The premise, in my mind, was stellar. A future dystopia masked so well as a utopia that even as the reader I was convinced for most of the 430+ pages that this world could be what it seemed (if it weren’t for the fact that it’s a YA series so of course I know better); a world without natural death, disease or crime. It’s a world where climate change has been reversed and people can “turn a corner” at anytime to reverse their aging and return to youth. In this world all things are supervised by an evolution of the “cloud” known as Thunderhead whose moral leanings have yet to be determined. Yet the supervision stops dead with the “Scythedom;” a group of ordained men and women who kill. The world’s only worry, with all the perfection within it, is over population. Without death, families can live among their grandparents, great grandparents, and have numerous children (grandchildren, great grandchildren, etc, etc). So the Scythe’s live and work outside of the boundaries of society, beyond the rules of Thunderhead, and take the lives of those they choose. All for the greater good, of course.

Some take lives mercifully, some wrongfully relish in the killing. Here’s where a lot of the book’s conflict comes from. The moral conflict of those who devote their lives to this order and how they resolve what they do with their humanity. But I couldn’t really get there. What do I mean? Well, as stellar as I felt the premise was, and as excited as I was to see where it went, I felt like the author failed to fully bring me into the world.

In any dystopian novel you enter into the story with a few obvious questions as the reader. How did the world get here? Why do the people in it accept this as reality? What are the major conflicts and why haven’t they been able to resolve them yet? Answering these questions lets you invest so much more in the world, the story, and the characters that have been created. But Scythe left me with a lot of unanswered questions…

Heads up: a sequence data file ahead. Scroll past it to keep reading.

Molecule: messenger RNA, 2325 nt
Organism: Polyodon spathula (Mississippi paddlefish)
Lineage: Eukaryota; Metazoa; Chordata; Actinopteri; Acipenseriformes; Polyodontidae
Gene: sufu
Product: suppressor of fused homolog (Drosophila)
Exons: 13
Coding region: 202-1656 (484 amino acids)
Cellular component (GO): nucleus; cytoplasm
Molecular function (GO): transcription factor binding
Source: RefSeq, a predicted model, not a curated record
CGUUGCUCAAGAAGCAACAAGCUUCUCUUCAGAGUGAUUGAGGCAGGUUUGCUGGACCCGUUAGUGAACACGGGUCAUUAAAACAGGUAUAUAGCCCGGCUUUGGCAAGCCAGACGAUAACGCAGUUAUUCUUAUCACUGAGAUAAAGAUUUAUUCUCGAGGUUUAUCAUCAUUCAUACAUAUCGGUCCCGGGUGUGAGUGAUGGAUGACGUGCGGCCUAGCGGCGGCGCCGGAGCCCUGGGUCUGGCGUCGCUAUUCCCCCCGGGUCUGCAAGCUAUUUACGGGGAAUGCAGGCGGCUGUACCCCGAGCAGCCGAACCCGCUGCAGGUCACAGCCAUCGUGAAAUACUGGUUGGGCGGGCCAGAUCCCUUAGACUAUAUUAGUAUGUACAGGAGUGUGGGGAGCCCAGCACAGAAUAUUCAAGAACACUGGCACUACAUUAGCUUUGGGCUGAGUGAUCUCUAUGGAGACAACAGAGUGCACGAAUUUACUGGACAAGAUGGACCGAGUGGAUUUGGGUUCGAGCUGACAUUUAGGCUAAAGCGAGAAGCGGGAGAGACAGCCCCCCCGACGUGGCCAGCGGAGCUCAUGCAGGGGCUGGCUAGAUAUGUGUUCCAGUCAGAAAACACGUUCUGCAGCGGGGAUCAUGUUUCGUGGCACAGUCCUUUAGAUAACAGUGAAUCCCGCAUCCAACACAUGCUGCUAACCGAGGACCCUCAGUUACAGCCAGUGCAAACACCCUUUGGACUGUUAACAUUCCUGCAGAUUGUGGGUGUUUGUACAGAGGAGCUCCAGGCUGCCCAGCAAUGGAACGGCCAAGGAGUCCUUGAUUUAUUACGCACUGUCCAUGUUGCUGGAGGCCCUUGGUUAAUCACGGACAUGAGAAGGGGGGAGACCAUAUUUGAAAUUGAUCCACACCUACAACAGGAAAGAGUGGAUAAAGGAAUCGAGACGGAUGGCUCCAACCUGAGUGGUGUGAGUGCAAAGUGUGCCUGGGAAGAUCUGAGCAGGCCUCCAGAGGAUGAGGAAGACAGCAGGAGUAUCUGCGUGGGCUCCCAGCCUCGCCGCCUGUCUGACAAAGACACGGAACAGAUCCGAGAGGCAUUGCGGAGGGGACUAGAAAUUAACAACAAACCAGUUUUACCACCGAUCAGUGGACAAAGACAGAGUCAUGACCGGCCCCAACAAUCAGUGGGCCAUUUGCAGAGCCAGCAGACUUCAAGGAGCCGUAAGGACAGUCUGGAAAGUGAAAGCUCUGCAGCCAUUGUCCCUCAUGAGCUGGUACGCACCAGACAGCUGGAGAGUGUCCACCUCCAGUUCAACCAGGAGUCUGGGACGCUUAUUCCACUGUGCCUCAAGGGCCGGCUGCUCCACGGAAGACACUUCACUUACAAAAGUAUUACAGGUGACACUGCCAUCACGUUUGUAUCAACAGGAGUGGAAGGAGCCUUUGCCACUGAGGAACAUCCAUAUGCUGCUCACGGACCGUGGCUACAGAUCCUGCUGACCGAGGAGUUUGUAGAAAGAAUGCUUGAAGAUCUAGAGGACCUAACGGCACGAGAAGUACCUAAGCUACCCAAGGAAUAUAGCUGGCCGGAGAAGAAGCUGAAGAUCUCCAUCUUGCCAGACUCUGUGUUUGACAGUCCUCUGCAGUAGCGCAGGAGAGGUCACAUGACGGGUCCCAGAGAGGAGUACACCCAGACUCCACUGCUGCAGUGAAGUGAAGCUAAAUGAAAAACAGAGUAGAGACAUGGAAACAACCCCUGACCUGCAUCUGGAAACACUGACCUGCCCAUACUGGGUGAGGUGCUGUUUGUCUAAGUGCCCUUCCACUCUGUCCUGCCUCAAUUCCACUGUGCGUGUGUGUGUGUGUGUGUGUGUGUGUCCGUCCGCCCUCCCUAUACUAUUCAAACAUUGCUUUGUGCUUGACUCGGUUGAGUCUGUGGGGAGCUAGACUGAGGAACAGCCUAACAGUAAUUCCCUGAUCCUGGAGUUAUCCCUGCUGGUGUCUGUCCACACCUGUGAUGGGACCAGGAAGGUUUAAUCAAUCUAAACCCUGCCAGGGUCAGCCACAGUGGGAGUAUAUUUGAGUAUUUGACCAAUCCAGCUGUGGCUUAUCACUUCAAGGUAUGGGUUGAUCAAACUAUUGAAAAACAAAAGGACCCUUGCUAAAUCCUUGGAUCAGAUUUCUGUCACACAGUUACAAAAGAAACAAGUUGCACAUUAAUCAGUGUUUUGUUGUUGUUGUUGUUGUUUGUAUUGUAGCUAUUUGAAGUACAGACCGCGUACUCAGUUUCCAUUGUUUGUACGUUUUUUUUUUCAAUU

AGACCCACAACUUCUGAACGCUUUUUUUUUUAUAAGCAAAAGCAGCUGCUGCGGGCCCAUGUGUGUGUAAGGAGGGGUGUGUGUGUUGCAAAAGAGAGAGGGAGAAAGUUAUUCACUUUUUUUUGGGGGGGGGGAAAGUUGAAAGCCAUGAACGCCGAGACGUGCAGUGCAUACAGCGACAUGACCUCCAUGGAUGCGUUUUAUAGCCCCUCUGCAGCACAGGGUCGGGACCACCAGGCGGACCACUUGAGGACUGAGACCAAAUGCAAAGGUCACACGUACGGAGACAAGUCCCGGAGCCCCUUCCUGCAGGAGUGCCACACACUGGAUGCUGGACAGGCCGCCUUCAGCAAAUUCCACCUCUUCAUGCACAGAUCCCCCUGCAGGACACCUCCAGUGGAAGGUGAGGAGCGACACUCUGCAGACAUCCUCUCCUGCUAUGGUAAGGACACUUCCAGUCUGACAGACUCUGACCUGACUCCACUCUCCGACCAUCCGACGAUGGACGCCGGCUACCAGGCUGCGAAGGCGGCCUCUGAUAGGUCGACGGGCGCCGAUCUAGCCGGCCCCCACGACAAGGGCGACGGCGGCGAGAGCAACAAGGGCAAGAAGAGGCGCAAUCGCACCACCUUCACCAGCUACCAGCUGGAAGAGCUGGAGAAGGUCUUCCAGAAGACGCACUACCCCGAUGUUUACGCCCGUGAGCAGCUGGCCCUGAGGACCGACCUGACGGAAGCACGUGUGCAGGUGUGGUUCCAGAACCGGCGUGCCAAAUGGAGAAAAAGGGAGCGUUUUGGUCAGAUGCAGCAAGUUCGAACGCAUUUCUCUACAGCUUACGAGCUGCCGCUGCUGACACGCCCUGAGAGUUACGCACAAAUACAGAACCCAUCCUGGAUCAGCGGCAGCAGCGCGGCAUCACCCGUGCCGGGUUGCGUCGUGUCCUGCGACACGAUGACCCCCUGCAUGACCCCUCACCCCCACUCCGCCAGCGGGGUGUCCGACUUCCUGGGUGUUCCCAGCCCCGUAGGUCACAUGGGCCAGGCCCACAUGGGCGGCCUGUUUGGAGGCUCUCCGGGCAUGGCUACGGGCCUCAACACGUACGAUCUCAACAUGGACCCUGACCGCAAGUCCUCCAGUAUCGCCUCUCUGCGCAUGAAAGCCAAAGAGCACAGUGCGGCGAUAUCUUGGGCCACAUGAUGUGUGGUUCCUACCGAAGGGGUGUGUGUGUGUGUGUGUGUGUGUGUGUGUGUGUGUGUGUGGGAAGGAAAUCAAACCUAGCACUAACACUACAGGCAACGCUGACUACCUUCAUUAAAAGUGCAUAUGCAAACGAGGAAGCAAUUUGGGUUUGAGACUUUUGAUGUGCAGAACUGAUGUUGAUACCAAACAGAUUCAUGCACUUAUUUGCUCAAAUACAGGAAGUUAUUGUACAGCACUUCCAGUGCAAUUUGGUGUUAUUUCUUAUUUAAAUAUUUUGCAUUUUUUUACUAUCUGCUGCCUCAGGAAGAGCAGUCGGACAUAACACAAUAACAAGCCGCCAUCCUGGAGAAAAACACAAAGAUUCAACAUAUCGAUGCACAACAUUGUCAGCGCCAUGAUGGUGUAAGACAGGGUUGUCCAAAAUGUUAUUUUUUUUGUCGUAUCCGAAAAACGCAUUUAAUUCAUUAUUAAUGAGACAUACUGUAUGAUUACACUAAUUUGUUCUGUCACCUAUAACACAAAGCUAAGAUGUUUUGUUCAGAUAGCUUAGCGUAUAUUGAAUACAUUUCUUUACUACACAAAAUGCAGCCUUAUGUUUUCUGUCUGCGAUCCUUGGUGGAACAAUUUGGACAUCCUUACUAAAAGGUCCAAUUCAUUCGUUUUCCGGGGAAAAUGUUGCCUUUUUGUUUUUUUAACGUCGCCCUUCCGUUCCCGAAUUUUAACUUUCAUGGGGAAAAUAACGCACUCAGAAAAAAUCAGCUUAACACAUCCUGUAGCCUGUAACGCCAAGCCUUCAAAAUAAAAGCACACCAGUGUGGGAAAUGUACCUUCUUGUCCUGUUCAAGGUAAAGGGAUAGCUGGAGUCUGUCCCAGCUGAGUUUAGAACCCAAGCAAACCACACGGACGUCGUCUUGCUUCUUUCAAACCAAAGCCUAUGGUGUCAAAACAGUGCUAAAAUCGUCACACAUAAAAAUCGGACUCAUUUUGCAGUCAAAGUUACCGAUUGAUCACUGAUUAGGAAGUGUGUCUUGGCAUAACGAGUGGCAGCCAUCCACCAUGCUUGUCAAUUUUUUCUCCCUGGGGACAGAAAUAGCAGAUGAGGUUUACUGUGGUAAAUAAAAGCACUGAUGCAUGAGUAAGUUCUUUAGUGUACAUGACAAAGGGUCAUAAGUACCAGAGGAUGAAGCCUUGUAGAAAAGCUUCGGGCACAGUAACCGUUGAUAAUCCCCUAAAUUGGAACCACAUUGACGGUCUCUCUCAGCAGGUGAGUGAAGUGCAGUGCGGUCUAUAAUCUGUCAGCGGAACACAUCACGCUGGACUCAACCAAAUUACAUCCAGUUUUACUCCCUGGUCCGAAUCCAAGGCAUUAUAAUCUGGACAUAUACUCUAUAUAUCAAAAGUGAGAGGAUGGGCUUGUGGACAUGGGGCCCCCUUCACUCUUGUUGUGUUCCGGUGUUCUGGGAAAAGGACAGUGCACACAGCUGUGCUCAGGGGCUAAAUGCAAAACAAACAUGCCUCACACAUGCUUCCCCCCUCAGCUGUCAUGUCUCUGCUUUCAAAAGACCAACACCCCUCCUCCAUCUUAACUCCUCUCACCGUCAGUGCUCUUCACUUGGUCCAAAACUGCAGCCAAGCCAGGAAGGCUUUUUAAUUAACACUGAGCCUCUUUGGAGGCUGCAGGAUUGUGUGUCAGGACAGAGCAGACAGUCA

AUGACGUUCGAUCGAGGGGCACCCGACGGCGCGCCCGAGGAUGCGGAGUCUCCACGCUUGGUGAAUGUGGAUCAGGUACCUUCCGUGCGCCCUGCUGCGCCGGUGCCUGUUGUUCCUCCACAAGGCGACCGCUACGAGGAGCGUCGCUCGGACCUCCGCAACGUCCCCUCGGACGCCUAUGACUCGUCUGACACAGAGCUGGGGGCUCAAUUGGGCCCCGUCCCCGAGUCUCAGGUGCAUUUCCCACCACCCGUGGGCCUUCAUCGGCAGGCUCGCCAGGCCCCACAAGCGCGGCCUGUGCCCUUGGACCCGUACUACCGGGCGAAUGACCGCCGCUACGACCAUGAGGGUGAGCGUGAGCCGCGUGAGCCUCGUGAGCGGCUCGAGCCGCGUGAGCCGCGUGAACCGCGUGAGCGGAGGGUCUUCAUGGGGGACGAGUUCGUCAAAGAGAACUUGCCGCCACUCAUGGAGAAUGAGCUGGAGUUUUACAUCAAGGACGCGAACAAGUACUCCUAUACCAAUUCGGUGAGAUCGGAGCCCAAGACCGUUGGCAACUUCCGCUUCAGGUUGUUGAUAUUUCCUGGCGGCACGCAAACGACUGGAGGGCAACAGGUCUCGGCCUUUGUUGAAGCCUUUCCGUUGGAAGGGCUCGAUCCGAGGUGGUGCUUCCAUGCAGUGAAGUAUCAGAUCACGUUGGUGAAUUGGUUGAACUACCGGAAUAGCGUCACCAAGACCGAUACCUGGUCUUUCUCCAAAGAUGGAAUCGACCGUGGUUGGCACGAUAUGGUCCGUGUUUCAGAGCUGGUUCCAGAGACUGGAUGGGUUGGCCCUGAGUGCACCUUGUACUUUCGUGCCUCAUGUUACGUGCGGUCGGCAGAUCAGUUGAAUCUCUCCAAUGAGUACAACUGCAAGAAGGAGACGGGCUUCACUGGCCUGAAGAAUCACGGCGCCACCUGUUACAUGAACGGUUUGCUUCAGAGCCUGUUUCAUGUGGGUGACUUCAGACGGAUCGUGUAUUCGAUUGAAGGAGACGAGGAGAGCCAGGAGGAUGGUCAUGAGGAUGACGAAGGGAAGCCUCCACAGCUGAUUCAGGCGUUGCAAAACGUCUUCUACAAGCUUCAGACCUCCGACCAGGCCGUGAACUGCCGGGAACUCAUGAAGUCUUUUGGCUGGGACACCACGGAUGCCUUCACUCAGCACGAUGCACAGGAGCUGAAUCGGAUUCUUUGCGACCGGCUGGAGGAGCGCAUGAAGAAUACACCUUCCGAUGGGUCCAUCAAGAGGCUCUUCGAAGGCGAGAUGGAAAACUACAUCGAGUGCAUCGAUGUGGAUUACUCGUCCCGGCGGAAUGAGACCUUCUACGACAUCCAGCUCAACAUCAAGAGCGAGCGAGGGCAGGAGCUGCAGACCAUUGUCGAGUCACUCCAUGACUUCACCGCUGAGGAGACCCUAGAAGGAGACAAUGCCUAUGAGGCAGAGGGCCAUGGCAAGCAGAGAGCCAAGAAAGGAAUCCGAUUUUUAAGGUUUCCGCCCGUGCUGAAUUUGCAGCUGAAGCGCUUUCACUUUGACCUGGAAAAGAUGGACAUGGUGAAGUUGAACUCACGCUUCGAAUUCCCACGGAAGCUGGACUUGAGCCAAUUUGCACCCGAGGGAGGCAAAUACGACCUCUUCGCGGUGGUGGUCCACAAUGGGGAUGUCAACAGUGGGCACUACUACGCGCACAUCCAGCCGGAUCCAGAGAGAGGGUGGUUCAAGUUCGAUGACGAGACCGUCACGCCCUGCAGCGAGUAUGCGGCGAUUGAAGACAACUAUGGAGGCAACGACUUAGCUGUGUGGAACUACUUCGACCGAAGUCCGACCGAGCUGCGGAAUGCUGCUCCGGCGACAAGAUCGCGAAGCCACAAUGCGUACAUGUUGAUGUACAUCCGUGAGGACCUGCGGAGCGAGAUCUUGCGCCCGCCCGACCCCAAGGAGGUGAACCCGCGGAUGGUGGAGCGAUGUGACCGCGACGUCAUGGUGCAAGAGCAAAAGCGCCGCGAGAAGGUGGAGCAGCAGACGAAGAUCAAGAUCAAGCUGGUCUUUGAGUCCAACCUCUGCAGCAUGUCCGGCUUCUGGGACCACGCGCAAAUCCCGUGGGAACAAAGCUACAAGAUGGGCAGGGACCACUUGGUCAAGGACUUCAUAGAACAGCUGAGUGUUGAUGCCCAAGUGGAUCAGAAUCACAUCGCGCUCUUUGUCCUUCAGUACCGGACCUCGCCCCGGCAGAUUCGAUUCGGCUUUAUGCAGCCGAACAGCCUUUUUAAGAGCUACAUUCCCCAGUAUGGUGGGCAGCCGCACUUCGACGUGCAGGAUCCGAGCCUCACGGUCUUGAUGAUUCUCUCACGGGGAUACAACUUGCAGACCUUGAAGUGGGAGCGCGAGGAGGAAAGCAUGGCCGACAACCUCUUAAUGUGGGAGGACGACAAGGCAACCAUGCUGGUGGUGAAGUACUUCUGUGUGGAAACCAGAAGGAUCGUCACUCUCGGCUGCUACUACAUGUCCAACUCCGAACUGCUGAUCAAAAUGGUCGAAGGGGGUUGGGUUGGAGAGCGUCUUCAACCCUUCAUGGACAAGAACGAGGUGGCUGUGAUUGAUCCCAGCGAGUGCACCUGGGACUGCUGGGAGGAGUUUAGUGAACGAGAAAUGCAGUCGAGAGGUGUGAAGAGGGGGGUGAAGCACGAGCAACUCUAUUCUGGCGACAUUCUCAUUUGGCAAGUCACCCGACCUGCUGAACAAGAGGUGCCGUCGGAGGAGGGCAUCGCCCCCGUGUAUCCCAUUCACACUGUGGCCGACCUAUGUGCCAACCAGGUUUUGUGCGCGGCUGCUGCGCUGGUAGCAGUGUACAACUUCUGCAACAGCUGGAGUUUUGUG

• Why doesn’t society simply wait until people have taken a certain amount of “turns” and then painlessly end life?
  • Why are the Scythe’s allowed to operate completely outside of the Thunderhead when there’s so much variability in how they perform their “gleanings”?
  • Shouldn’t it be mandatory that Scythe’s perform their gleanings with empathy and painlessly?
  • What happened to the old forms of technology and communication? Yes, the internet/cloud turned into Thunderhead and self-driving cars are a thing, but what about social media??
  • If there’s such overpopulation where there are manmade islands to control the feeling of overcrowding why is there a giant expanse of the Amazonia that’s empty?
  • And WHY is there no law against gleaning those under 21 (the youngest age that someone can “turn” back to), or against gleaning someone who hasn’t yet turned a corner?
  • And how is it that after only a few weeks of knowing each other, and what seemed to amount to only three sentences of communication, are these two teenagers so devotedly in love?